A Conversation with Alicia Bárcena

Bárcena and Shifter Inter-American Dialogue

Latin America faces critical challenges as it enters the second half of 2015. To help frame some of the most important issues for the hemisphere, the Dialogue was pleased to welcome Alicia Bárcena, Executive Secretary of the United Nations Economic Commission for Latin America and the Caribbean (ECLAC) and Dialogue Board Member on June 1st.

Bárcena provided a comprehensive economic outlook for the region, outlining ECLAC’s vision for an economically sustainable future. Latin America’s growth is expected to decrease significantly over the next two years as a result of a changing macroeconomic landscape and a reduction in commodity prices. As a result, Bárcena remarked, the region needs to rethink and refashion its economic dynamics vis-à-vis other regions in the world. A key step will be for countries to stop depending solely on commodity exports to global powers such as China, the United States, and Europe in order to sustain economic growth.  Bárcena brought up the importance of solidifying countries’ investment landscape, by promoting local industries while at the same time encouraging foreign investment. Mexico and Brazil, for example, are now world leaders in transportation engineering, as the aerospace and car industries continue to bustle in both countries. By moving beyond commodities and by strengthening industries and investments, the region will depend less on the ups and downs of global commodity prices and thus consolidate long-term macroeconomic stability.

The conversation then moved to one of the biggest issues facing Latin America: productivity. Bárcena mentioned that the best way to move countries out of poverty is by ensuring that the working class has access to productive enterprises. Investment, she emphasized again, will be key in transforming a country’s productive structure. Bárcena also talked about equal access to opportunity and services as the new model that the region should aspire to. Moving away from a culture where access to productive and lucrative opportunities is only reserved for the privileged, towards a model of more equitable and fairer distribution of opportunity is essential in achieving an increase in general productivity. The government should also strengthen its efforts to expand public services for the middle and lower classes. Poverty and underdevelopment can no longer be measured solely in terms of wealth, but in terms of access to public services and basic technological infrastructure. Exclusion happens not only when people can’t make enough money to sustain their basic needs, but when they are left out of the technological advances that are expanding opportunities for other members within a society. Money and access go hand in hand.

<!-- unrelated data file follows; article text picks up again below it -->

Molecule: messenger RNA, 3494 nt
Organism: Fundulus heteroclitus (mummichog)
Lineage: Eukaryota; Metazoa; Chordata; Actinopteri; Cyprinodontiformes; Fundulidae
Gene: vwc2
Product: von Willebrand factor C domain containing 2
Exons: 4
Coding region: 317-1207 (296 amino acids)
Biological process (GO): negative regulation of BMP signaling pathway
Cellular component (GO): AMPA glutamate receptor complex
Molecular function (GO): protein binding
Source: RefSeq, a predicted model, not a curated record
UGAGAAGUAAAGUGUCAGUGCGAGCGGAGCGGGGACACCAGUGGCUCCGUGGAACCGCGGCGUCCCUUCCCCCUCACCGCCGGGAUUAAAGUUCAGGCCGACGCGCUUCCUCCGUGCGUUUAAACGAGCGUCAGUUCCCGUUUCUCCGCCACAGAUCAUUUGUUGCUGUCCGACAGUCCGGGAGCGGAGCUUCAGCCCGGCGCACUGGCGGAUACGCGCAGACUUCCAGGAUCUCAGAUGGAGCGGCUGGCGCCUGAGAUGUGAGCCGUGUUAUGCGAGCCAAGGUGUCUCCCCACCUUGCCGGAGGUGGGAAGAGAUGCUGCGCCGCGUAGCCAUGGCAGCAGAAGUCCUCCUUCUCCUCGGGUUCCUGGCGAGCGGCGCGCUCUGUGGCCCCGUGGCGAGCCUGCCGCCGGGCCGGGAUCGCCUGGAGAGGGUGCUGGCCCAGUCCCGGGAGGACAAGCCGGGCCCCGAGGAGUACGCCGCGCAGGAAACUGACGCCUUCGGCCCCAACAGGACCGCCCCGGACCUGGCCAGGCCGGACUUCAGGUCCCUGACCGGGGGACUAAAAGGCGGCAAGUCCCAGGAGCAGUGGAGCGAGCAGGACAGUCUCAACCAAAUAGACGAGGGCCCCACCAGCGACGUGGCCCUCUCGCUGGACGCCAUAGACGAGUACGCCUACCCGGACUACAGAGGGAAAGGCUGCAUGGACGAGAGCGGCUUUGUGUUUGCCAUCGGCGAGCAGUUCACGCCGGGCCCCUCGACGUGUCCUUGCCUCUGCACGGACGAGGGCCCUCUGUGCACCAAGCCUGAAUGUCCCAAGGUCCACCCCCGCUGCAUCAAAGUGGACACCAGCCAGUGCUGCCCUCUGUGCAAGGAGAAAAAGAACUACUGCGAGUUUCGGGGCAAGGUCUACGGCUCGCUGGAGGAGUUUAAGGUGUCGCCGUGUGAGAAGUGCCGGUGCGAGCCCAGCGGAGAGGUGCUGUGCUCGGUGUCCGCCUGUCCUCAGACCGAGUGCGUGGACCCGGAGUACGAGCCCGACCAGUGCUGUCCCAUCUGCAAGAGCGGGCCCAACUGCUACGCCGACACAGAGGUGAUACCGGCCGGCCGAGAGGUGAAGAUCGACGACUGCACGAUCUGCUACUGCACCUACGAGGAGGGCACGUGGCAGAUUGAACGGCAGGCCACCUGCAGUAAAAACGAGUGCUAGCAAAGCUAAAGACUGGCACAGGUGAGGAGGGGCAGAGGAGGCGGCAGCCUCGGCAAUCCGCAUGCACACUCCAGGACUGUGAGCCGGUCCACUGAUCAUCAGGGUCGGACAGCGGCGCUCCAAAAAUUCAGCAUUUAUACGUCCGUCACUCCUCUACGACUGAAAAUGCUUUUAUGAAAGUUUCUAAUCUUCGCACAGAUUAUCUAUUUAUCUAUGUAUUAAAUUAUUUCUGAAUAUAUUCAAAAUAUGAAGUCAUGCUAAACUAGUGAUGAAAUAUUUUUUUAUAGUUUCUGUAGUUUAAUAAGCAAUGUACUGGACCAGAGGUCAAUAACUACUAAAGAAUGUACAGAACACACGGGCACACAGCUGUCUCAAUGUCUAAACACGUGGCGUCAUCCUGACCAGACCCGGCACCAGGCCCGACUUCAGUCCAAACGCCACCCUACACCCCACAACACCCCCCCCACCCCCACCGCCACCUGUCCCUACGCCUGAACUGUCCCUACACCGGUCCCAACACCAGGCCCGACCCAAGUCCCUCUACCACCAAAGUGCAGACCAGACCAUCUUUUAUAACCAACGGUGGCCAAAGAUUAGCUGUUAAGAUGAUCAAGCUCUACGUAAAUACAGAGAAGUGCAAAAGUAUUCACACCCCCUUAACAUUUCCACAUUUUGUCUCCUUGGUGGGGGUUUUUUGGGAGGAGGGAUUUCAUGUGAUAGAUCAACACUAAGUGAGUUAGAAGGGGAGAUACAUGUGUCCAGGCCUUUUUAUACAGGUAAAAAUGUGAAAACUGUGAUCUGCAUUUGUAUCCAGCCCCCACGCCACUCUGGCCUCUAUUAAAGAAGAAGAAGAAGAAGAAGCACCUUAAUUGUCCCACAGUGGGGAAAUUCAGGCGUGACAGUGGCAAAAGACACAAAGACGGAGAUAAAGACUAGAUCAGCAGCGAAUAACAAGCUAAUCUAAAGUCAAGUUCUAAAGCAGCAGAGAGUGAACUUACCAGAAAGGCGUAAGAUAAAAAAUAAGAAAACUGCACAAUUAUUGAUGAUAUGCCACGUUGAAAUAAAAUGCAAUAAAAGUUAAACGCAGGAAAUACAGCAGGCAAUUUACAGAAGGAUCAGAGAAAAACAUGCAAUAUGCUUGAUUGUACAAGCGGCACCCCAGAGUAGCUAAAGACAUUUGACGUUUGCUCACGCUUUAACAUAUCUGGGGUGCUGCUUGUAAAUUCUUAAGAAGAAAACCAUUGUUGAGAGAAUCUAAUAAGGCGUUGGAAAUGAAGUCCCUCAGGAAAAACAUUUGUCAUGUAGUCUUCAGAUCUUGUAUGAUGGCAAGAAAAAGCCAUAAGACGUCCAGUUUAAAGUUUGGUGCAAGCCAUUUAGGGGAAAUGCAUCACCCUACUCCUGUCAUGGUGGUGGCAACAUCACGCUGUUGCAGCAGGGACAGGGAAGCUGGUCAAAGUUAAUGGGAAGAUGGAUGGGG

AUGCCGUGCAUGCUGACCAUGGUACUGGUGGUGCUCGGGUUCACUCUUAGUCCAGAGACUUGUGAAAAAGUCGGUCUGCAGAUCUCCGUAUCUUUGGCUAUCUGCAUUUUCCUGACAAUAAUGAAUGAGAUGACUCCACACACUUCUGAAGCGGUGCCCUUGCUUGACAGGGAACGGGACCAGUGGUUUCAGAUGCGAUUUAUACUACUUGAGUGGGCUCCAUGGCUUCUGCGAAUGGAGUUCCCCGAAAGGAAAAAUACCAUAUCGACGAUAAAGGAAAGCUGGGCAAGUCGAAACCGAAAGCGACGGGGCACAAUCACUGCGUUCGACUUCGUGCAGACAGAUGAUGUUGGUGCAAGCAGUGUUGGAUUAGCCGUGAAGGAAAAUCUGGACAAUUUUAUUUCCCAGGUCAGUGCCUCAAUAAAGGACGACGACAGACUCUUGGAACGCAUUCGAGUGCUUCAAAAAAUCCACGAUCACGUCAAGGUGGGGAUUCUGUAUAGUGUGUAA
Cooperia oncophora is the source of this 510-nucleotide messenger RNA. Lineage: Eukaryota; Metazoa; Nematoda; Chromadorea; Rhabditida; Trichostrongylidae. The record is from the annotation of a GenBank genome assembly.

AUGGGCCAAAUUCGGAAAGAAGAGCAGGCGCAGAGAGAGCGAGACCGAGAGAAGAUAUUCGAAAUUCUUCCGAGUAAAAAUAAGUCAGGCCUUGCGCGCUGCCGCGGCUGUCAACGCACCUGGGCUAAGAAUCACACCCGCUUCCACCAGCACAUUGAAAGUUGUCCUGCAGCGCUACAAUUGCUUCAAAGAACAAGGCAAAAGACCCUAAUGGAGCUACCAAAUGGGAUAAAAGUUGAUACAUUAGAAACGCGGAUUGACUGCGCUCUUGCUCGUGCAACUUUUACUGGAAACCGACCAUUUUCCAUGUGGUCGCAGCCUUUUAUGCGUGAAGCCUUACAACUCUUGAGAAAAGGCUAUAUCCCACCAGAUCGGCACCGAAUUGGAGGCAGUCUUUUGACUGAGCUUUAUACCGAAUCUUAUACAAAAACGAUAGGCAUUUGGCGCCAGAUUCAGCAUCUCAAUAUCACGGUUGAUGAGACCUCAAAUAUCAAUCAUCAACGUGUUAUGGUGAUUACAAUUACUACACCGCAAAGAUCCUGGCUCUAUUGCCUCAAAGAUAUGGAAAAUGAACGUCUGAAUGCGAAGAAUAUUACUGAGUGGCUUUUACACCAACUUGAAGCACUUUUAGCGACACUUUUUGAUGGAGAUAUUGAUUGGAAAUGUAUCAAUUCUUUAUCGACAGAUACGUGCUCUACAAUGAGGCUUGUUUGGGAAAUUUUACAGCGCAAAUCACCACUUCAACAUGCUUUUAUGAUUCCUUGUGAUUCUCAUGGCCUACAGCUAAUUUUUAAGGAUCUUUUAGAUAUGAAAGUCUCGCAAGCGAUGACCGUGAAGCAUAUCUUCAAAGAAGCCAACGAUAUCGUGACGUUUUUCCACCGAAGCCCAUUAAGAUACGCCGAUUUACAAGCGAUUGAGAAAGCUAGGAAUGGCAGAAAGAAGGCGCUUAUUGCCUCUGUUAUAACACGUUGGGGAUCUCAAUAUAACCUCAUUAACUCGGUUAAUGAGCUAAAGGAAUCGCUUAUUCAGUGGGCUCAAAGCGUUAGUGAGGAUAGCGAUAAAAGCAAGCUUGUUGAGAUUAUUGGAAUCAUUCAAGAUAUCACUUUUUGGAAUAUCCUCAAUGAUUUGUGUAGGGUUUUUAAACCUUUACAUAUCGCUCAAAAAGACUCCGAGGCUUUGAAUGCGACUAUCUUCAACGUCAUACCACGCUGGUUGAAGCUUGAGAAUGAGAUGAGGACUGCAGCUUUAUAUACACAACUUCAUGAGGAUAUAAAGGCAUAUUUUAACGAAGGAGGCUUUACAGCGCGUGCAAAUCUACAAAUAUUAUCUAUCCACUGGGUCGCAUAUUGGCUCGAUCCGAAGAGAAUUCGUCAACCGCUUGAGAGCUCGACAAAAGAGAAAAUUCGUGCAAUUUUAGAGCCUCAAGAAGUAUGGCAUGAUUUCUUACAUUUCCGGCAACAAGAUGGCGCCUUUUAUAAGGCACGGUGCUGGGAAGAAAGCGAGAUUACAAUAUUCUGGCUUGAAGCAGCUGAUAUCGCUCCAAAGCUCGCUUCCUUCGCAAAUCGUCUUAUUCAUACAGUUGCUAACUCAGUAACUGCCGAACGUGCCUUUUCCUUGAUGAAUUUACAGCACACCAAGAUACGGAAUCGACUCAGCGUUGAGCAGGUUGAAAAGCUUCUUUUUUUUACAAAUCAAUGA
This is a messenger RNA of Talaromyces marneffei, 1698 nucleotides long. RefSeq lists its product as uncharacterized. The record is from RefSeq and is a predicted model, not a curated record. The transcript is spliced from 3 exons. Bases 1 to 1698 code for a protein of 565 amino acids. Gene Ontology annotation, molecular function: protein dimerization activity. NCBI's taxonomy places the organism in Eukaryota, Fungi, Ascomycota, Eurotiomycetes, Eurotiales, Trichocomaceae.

Bárcena also talked about Latin America’s changing geopolitical alliances. Over the past decade, China gained considerable influence in most countries in the region through financial aid and investment in infrastructure and development projects. “China is filling the space that the U.S. is leaving behind in Latin America,” she said. But China is pursuing a very different model to traditional investment in the region. Rather than just directly purchasing commodities from the region, China is investing in countries so that they develop the necessary infrastructure in order to produce and export commodities. China’s geopolitical interests are not secret: it’s looking towards Latin America in order to ensure food and resource security for the future. But thus far, it has successfully wooed the region with a long-term investment strategy that will allow it to tap into the continent’s resources while helping countries develop better infrastructures.

The conversation also covered Cuba and its renewed relationship with the United States and the region. The rapprochement, Bárcena said, revealed how big an issue Cuba in the U.S.-Latin America relationship. She agrees that the relationship is much more positive now, but said that it will take some time before Cuba becomes fully re-integrated into the Inter-American system.

The recommendations presented by Bárcena point to the many social and economic dynamics within the region. At the same time, they show that governments cannot afford to remain idle when dealing with the many challenges that the region is facing.

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